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Major shifts at the range edge of marine forests: the combined effects of climate changes and limited dispersal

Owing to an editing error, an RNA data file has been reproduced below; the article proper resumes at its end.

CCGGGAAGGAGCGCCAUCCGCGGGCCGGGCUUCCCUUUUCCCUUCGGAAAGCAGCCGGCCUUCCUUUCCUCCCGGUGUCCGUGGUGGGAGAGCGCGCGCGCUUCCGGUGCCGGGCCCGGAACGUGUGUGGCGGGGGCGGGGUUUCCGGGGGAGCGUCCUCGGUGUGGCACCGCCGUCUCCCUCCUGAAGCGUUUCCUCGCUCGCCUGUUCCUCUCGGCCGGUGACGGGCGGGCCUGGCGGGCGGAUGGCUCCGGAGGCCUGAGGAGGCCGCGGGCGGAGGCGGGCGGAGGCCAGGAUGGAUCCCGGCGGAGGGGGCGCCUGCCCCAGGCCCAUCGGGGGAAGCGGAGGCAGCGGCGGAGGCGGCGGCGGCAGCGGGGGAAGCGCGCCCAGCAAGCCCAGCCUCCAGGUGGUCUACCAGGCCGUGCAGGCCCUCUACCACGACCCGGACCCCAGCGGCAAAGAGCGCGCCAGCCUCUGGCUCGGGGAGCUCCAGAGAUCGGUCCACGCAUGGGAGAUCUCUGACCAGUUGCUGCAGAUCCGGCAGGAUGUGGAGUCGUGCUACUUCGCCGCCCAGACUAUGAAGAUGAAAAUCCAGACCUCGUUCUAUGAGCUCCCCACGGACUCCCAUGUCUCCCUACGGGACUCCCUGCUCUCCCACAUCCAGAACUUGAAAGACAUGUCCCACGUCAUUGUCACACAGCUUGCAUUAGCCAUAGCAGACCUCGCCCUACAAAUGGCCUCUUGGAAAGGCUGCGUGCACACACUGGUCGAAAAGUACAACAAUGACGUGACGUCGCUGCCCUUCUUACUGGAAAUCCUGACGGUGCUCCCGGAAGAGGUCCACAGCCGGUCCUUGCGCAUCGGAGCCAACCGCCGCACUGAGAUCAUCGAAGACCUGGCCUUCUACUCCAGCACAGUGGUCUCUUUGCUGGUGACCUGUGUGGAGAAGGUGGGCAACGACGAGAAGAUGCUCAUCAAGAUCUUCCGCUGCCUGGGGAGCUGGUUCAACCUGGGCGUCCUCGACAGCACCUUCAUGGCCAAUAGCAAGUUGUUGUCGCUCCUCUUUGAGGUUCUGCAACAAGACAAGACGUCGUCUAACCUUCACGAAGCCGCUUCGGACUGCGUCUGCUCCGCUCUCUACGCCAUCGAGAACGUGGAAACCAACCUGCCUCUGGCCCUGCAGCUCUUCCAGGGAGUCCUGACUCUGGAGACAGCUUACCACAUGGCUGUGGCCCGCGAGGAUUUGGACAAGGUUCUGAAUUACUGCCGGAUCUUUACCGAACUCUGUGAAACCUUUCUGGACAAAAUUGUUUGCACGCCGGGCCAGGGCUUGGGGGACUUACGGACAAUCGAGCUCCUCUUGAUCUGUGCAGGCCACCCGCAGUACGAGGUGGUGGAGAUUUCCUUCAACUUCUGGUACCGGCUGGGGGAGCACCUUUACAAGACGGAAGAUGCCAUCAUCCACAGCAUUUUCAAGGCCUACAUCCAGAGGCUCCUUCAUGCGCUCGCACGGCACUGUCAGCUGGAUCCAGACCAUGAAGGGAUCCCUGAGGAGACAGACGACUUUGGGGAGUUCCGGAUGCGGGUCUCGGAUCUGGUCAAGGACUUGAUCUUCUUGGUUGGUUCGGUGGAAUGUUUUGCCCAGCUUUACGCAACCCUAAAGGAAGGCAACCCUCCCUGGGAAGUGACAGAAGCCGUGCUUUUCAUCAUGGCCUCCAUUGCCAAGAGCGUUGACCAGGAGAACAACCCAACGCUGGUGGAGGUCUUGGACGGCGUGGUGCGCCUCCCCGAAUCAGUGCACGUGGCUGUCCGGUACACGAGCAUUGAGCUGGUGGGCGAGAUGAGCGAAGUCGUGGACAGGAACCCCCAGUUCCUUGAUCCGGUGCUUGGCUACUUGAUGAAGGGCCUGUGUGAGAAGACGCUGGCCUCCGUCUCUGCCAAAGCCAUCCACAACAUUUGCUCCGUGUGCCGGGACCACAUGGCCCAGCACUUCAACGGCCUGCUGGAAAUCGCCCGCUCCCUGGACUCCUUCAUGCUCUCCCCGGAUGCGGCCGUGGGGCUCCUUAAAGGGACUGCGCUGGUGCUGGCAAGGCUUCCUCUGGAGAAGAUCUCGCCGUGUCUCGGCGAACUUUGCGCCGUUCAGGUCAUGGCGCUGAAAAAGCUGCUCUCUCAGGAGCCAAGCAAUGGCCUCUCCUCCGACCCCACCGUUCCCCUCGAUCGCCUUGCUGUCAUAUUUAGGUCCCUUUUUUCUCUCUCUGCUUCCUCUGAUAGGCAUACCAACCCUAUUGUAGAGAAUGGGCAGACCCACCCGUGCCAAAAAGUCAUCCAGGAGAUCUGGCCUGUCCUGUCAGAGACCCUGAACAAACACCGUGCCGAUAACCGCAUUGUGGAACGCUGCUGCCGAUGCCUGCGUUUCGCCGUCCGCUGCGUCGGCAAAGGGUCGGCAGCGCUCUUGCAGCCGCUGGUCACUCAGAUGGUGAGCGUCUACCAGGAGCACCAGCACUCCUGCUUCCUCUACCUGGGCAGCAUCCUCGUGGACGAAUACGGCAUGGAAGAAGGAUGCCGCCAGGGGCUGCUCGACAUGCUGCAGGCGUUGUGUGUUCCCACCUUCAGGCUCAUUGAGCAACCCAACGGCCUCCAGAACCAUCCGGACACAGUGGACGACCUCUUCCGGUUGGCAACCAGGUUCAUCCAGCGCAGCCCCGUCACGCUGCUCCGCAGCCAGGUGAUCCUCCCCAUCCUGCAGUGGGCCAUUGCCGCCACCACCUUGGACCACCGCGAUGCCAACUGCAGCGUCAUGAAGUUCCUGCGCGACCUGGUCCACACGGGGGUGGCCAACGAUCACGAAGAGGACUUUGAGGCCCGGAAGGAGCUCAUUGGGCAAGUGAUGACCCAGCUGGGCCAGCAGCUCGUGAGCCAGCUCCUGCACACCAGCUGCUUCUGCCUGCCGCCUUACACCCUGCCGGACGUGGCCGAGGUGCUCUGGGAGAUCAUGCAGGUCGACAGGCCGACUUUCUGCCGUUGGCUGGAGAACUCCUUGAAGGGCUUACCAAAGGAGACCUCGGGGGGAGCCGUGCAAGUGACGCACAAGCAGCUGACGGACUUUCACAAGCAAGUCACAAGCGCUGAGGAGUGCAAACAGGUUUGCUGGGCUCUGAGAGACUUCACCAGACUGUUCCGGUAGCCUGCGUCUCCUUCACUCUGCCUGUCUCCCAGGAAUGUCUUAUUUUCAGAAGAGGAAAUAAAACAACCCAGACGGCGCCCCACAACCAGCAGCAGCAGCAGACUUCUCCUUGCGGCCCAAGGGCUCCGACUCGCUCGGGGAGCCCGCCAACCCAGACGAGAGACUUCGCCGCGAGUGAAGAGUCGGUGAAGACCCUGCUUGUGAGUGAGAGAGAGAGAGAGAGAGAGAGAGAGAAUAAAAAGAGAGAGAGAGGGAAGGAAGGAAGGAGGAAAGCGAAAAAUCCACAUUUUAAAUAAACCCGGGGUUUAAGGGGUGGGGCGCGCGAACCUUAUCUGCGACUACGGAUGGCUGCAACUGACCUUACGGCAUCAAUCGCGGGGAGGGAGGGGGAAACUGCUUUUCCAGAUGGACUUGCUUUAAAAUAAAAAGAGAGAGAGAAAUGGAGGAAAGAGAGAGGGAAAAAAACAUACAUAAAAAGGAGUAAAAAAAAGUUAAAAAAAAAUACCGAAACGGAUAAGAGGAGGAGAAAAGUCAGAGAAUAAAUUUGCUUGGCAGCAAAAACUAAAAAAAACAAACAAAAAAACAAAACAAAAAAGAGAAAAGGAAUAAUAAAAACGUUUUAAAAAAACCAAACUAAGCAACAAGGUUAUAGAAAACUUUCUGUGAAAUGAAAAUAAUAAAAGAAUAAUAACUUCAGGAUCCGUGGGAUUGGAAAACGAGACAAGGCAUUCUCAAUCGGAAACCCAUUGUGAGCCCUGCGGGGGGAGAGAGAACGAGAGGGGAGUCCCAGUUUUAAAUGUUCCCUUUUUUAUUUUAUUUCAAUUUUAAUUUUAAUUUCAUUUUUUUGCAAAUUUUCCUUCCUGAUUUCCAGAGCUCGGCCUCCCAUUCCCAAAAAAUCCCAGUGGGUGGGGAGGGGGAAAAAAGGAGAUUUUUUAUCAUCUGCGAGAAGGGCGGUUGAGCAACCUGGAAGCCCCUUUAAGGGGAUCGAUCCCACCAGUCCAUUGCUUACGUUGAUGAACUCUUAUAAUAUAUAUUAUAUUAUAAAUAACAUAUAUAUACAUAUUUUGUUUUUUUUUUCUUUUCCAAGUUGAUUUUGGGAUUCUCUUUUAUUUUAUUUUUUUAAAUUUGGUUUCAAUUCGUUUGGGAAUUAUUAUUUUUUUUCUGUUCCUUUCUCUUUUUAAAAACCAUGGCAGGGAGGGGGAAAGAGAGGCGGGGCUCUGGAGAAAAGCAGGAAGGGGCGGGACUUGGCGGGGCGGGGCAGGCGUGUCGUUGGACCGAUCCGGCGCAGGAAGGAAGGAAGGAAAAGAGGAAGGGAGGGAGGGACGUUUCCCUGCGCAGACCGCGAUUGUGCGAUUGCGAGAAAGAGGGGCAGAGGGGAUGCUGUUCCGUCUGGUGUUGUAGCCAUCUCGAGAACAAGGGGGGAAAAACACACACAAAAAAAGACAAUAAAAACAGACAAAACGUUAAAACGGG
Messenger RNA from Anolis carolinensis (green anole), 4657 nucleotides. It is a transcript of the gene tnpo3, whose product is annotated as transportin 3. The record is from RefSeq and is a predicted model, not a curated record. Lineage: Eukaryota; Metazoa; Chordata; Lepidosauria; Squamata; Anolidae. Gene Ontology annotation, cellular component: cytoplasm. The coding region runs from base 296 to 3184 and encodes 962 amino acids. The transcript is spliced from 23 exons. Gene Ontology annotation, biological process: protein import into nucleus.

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Global climate change is likely to constrain low latitude range edges across many taxa and habitats. Such is the case for NE Atlantic marine macroalgal forests, important ecosystems whose main structuring species is the annual kelp Saccorhiza polyschides. We coupled ecological niche modelling with simulations of potential dispersal and delayed development stages to infer the major forces shaping range edges and to predict their dynamics. Models indicated that the southern limit is set by high winter temperatures above the physiological tolerance of overwintering microscopic stages and reduced upwelling during recruitment. The best range predictions were achieved assuming low spatial dispersal (5 km) and delayed stages up to two years (temporal dispersal). Reconstructing distributions through time indicated losses of ~30% from 1986 to 2014, restricting S. polyschides to upwelling regions at the southern edge. Future predictions further restrict populations to a unique refugium in northwestern Iberia. Losses were dependent on the emissions scenario, with the most drastic one shifting ~38% of the current distribution by 2100. Such distributional changes might not be rescued by dispersal in space or time (as shown for the recent past) and are expected to drive major biodiversity loss and changes in ecosystem functioning.

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